What a month! Volcanic ash spews from Iceland and shuts down air traffic in Europe and beyond, Goldman Sachs, perhaps the last Wall Street "icon" is charged by the SEC with fraud and deception on a grand scale, and the leadership of Poland perishes in a tragic airline crash.
Now a devastating oil slick may move beyond the Gulf Coast.
April felt, as Wordsworth reminds us, that "the world is too much with us."
We feel the need to seek shelter.
I recently had lunch with a new friend, a state health official who grew up on a small Nebraska farm. In talking about the turmoil of health care reform he said he often thinks of the calm of a shelter break. He recalled a childhood without air conditioning and hard, hot summers, and finding respite in the shade and calm of a natural windbreak provided by the barns. It was a place of cooler breezes, birds and wildlife and peace on a summer's day.
How can we find a shelter break in these days? Where is that calming place? How can we, in Jeffrey Immelt's words, "reset?" Or can we use the famous Windows "three finger salute" of Control/Alt/Delete and reboot our life?
May is a time of resurgence, rebirth and discovery. Life is renewed with little help from us beyond digging, planting and watering that new life. Complex beyond words, the season reminds us that we aren't in charge; that in its vastly detailed and infinitely varied ways simplicity brings us peace, a shelter of sorts from our worst and darkest selves. The season and the hope of respite through rest and shelter animates our growth, and lets us see Life up close. But we have to pause to clear the debris and clutter away to make time for it. And for ourselves.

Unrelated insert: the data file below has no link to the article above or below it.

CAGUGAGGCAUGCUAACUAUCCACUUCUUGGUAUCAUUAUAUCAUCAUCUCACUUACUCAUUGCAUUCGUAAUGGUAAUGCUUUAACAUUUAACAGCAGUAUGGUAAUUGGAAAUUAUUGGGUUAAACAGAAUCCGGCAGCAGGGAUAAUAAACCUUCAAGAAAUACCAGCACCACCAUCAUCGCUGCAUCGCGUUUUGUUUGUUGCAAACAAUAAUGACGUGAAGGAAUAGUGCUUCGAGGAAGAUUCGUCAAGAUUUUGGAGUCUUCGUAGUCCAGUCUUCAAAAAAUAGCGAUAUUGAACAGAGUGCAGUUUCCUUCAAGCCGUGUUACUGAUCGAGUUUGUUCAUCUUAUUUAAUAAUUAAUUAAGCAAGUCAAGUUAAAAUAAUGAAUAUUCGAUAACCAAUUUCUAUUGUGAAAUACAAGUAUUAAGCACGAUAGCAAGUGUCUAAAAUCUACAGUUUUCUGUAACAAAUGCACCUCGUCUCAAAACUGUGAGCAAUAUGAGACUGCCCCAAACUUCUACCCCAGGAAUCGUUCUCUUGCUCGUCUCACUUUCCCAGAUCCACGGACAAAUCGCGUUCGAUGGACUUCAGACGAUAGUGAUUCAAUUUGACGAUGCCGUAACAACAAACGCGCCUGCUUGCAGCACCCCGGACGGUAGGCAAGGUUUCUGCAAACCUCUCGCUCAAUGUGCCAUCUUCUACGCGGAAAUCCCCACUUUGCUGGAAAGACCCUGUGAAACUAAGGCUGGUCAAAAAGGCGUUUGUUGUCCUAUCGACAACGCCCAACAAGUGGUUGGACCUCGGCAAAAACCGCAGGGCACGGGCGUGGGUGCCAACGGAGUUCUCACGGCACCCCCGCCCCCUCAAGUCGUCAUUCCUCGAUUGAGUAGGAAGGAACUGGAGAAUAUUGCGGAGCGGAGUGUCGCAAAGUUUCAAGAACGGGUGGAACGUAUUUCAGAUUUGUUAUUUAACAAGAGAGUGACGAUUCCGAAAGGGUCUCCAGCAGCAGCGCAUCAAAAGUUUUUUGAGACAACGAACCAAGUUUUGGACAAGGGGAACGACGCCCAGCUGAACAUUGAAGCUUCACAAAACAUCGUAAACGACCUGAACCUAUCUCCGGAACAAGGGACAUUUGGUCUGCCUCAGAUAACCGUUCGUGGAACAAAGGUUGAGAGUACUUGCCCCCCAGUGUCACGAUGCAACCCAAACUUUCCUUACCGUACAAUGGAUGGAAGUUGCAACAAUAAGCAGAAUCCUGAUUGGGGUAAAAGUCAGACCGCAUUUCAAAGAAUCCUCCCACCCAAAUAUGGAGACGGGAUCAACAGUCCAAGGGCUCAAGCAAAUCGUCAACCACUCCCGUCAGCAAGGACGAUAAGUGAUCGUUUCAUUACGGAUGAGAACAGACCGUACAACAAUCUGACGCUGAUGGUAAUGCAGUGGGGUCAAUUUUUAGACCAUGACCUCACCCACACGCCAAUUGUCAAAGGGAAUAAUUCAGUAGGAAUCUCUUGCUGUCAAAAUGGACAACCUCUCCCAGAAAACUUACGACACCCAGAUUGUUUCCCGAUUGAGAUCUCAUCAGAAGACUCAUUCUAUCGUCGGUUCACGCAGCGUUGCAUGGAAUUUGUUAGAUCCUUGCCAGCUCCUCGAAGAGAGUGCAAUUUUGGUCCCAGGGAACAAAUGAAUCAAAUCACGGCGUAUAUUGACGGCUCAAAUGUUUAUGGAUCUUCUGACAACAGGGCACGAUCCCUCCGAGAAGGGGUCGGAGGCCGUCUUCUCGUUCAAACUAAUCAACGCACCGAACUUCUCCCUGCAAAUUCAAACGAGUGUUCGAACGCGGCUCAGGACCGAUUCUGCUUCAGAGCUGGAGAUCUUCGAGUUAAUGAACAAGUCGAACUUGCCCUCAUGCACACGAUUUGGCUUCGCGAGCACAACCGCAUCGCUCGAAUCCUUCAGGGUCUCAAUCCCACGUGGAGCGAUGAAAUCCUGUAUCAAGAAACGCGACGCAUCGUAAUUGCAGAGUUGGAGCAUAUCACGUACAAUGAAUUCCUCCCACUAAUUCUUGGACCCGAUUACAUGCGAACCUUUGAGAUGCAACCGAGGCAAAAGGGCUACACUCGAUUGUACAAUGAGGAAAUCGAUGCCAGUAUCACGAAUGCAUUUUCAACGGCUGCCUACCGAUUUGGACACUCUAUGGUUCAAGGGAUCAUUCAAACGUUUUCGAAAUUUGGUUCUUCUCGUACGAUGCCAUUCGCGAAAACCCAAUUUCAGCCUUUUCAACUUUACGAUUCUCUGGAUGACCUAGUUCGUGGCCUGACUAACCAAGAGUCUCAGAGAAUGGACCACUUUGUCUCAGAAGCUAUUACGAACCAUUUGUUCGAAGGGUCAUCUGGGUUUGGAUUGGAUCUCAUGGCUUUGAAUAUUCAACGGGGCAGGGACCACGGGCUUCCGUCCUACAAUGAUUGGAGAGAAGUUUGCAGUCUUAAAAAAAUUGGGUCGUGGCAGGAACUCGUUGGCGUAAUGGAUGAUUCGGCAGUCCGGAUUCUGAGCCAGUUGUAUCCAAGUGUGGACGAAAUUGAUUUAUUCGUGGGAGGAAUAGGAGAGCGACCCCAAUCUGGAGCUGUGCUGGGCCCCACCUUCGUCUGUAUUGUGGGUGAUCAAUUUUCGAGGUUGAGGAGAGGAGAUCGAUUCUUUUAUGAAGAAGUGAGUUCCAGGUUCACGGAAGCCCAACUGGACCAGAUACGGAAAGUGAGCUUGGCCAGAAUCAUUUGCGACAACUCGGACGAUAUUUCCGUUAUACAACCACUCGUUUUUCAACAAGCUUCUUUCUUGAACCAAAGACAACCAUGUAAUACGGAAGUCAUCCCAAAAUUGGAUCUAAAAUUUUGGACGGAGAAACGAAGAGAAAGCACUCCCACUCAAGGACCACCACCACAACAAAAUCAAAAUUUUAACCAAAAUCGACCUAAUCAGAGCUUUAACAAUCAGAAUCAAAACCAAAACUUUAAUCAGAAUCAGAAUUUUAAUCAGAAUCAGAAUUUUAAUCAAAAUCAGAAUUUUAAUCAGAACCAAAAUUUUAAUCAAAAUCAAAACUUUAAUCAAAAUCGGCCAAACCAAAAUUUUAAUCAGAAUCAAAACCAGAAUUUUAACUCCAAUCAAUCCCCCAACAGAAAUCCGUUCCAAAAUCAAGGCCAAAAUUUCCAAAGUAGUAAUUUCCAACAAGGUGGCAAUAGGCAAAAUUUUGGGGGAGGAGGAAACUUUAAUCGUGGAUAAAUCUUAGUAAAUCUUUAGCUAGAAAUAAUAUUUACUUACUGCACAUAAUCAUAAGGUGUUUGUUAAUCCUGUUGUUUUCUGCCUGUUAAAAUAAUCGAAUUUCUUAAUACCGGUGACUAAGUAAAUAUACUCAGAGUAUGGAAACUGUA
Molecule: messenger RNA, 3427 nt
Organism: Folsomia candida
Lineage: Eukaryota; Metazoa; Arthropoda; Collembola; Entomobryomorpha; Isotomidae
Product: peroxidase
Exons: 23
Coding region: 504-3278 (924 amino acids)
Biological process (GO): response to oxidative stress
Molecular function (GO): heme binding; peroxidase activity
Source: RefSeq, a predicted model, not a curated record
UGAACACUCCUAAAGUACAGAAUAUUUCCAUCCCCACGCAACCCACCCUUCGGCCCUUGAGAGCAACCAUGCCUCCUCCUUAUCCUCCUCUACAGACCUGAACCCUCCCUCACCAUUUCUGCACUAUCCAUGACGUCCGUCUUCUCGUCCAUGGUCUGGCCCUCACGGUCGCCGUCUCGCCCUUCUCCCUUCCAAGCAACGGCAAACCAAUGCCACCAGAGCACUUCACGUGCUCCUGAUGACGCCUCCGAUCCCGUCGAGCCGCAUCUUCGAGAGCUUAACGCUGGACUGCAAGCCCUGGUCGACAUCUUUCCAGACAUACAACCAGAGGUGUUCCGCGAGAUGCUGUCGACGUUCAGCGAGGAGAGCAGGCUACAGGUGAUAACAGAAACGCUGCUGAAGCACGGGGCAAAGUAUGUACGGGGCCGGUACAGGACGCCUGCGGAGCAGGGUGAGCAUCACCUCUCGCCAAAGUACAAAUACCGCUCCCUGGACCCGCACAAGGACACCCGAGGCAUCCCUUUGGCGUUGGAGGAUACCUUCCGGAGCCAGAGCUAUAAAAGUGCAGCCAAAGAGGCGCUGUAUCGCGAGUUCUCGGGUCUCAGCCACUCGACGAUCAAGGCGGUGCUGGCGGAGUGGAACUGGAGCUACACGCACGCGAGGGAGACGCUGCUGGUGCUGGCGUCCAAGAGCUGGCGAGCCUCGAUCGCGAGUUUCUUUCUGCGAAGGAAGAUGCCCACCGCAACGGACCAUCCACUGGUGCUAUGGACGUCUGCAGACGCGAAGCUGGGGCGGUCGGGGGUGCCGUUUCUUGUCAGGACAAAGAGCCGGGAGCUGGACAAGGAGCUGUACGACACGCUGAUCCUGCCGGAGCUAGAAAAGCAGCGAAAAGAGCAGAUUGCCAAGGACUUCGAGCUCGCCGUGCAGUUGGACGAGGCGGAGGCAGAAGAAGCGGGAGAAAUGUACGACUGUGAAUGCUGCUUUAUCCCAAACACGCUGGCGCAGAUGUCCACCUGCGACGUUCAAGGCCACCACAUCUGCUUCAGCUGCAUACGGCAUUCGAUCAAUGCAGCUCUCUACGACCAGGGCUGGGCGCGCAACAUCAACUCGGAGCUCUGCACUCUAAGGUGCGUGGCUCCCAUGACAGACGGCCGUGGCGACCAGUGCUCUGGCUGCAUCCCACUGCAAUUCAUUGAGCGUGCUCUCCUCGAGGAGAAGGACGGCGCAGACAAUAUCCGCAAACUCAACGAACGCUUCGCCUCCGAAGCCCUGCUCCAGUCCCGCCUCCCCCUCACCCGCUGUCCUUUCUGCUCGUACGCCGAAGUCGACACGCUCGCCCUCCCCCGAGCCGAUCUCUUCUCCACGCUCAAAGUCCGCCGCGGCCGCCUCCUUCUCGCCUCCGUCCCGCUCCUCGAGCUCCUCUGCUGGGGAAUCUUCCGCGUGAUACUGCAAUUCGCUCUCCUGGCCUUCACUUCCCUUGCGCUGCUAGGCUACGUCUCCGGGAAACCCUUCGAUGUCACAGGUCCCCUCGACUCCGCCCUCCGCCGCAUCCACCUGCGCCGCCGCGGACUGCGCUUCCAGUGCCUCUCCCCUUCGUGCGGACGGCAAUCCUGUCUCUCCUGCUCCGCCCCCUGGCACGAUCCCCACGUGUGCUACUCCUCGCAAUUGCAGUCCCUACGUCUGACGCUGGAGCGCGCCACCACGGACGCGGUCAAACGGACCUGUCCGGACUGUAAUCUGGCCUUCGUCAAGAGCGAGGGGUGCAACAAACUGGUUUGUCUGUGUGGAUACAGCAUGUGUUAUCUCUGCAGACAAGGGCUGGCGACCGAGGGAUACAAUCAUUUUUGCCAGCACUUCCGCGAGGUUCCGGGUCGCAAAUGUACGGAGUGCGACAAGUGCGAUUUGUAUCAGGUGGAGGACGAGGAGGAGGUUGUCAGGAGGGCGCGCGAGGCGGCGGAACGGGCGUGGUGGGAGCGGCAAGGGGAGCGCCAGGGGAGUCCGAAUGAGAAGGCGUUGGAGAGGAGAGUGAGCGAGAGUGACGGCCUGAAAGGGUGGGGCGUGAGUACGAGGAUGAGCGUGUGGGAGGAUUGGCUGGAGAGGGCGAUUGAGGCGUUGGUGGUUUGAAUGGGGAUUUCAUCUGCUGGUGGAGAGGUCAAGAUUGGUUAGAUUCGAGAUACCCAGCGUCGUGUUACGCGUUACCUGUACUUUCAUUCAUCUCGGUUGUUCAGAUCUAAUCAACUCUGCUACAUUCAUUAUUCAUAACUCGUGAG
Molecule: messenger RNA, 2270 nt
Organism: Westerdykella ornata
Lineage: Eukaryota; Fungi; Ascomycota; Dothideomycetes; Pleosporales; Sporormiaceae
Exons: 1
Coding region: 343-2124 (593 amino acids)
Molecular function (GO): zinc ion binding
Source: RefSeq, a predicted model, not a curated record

In Roger Rosenblatt's moving memoir, Making Toast (New York, Harper Collins, 2010) he shares part of a graduation essay he wrote for his daughter, Amy, who dies from a rare, undetected heart condition twenty years later. In part he wishes: for her fierceness in battle, but urged her not to hang onto corrosive enmities. I wished her a love of work, predicting that it would have 'something to do with helping others.' I wished her protective solitudes, and worthy friends...I wished her the pleasure of an exchange of wit with a stranger, and moments of helpless hilarity. I wished her a place where she might see a stretch of sky. The essay ends with a promise never to let go. And he doesn't. Don't read the book on public transportation, for it will likely make you cry. I recommend it highly as a wise reminder of how life and time can get crazy on us, but how loss brings its own kind of shelter.
Last month I wrote of the power of friends, and what they teach us. My friend, Leslie Little is a strategy consultant and creator of a museum-quality, fine art book. Paris Icons, her first book, won three publishing awards and she has now been commissioned to create a private edition book for Georgetown University to be published in 2011.
Leslie had returned to her Omaha home from London to deal with a life-threatening illness. By following her dream to create Paris Icons struggling with major medical issues, Leslie has inspired all who know her and her journey defines personal courage. Little's vision was to develop a luxury imprint that captures the soul of places and brands and the company she founded, Icon Images Inc., is poised to take off. Only 2 years after completing her 6th surgery, Little is being feted on two continents as she returns as an entrepreneur and artist. This is one woman whose work and story inspires us all!
In Roger Rosenblatt's memoir of his daughter, and in Leslie's journey of creative healing and discovery, we are reminded that Spring is about rebirth. With the loss of growth in winter we can, if we choose, make a place of shelter and dedicate ourselves to slowing down, to take time to sort for what is important in our lives, to discover friends again, and to have more fun.
When the world assaults us, we can withdraw. Yet, we must still return, like Spring, and grow deeper roots of connection, pay more attention to the sunlight of friendship, and find more zest for the places in our life where new growth can occur.
We must pause, reset, and begin anew.